My poultry are cooped in the lower level of our bank barn. Upstairs is hay storage and gear/equipment storage.

So I moved the empty rain barrel into the upper part of the barn, directly above the chicken coop. Positioned it over a strong beam near the foundation, and set it up on some cribbing so that the spigot isn't so close to the floor that the hose kinks.

Ignore the wood detritus around the barrel -- it rained down during roof repair last week.

Drilled a hole in the floor. This was harder than it sounds. The floor is oak, and 1 1/2" thick. Fortunately that is two courses of boards, so I was just able to pull this off with a hole saw and a chisel.

Fed the hose through the floor, and down into the coop.

Secured the bowl to the wall so that the chickens have to reach a little in order to drink. Shorter chickens can stand on the ramp to the pop-door. This way, less junk gets into the bowl.

The bowl is mounted on four screws with its keyhole mounts. It is secure on the wall, but easy to lift out to clean.

I just bring a bucket into the coop in the morning, lift the bowl off the mount, slosh the dusty water into the bucket, wipe the bowl off with a damp rag, and make sure that the new water glugging in is clean.

The drip you see at the shut-off valve in the photo is because I had just cleaned the bowl and inadvertently loosened the connection a little. I've since cranked it very tight.

I could have just as easily placed the barrel outside and uphill of the coop. This would have made filling it even easier. I bring the garden hose from the house up into the barn with a string that dangles down through a siding board that isn't nailed down at the bottom, and gives the barn swallows an entrance when the door is closed. But since the barrel is white, I wanted to keep it out of the sunlight so I wouldn't have to contend with algae. I also have some terra-cotta colored and blue barrels, and those would be better for an outdoor installation.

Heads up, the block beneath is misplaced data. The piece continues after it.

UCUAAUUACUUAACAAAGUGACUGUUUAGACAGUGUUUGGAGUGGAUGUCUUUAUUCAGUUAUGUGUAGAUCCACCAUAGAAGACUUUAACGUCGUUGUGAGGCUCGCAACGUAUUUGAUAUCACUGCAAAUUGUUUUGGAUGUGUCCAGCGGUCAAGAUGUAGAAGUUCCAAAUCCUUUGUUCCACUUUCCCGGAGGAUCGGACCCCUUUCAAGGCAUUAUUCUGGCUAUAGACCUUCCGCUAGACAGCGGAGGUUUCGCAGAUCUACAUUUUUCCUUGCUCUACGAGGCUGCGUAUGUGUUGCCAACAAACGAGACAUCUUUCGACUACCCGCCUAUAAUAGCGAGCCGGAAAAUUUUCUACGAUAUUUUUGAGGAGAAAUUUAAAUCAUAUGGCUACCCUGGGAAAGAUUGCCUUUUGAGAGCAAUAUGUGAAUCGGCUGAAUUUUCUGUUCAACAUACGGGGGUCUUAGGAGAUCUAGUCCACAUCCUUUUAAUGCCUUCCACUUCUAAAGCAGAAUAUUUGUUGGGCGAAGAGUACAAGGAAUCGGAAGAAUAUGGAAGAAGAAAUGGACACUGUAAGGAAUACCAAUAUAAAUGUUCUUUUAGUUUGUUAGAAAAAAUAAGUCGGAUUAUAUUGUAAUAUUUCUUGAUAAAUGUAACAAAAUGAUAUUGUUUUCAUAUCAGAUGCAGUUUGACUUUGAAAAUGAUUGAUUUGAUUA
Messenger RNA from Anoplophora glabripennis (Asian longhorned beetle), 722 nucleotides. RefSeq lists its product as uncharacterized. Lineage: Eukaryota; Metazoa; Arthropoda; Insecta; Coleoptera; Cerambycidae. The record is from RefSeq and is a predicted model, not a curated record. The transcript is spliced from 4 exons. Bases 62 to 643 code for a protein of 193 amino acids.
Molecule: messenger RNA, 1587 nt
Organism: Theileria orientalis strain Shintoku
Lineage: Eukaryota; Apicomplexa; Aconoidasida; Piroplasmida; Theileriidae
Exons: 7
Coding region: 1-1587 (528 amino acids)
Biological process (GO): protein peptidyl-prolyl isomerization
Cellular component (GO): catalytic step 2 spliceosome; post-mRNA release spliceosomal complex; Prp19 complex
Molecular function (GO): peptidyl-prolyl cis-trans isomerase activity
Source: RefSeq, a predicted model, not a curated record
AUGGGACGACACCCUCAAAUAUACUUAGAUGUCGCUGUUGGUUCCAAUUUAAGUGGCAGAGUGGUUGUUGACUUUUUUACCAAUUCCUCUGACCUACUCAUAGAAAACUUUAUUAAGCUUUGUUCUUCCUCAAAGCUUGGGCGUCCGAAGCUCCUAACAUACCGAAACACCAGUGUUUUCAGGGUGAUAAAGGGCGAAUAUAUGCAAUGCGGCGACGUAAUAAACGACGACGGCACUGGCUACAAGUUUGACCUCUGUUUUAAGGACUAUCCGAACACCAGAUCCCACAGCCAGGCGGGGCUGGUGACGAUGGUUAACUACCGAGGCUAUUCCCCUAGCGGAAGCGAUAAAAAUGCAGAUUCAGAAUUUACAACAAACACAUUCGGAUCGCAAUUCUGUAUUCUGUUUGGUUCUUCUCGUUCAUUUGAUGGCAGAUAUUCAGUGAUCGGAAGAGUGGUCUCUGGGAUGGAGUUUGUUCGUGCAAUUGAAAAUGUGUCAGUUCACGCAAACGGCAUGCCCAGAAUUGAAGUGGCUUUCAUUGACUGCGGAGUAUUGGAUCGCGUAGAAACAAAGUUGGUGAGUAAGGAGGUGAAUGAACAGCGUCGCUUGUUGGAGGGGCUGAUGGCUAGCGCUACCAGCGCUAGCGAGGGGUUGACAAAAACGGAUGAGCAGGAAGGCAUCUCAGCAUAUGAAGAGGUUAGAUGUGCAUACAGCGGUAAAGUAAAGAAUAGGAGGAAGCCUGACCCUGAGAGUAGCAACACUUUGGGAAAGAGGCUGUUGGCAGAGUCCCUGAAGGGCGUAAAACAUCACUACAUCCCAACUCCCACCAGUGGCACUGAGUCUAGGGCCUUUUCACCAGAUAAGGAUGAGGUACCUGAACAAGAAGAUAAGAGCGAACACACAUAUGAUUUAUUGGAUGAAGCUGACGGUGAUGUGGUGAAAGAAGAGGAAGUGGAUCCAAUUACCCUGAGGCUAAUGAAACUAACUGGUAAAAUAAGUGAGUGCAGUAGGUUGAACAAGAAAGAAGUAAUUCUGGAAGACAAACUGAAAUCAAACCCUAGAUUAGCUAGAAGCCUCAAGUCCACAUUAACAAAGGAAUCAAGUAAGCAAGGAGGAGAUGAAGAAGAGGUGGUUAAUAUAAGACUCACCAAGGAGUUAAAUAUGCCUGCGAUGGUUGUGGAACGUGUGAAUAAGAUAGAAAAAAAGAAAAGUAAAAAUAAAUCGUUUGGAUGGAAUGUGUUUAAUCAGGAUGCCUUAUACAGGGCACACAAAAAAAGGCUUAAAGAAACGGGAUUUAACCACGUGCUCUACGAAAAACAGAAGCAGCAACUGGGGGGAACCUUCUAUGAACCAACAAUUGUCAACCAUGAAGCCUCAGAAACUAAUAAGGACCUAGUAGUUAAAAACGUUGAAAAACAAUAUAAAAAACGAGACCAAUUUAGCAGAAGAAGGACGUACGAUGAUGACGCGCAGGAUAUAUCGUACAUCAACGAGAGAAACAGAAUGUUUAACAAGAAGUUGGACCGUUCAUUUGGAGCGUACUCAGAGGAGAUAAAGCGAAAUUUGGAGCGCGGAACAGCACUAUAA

If I lived someplace level, I'd have built a frame/platform for the barrel that raised it to about chest level, and placed it very close to the coop.

Someone asked why I don't just run a hose straight to the coop from the house.

Last year, a hose that I left on burst while I was out for the day. Came home to a well cistern that had actually been sucked dry. Fortunately our well-pump has a safety shutoff and didn't fry, but we were without water for a day.

This single innovation has cut poultry chore time by about 75%.

Come winter, we'll probably have to go back to hauling water on the coldest days. I could heat the reservoir, but keeping the hose flowing overnight, when the birds don't drink, would be a bitch. Still, unless we have another apocalyptic winter, this should be about a month of water-hauling total.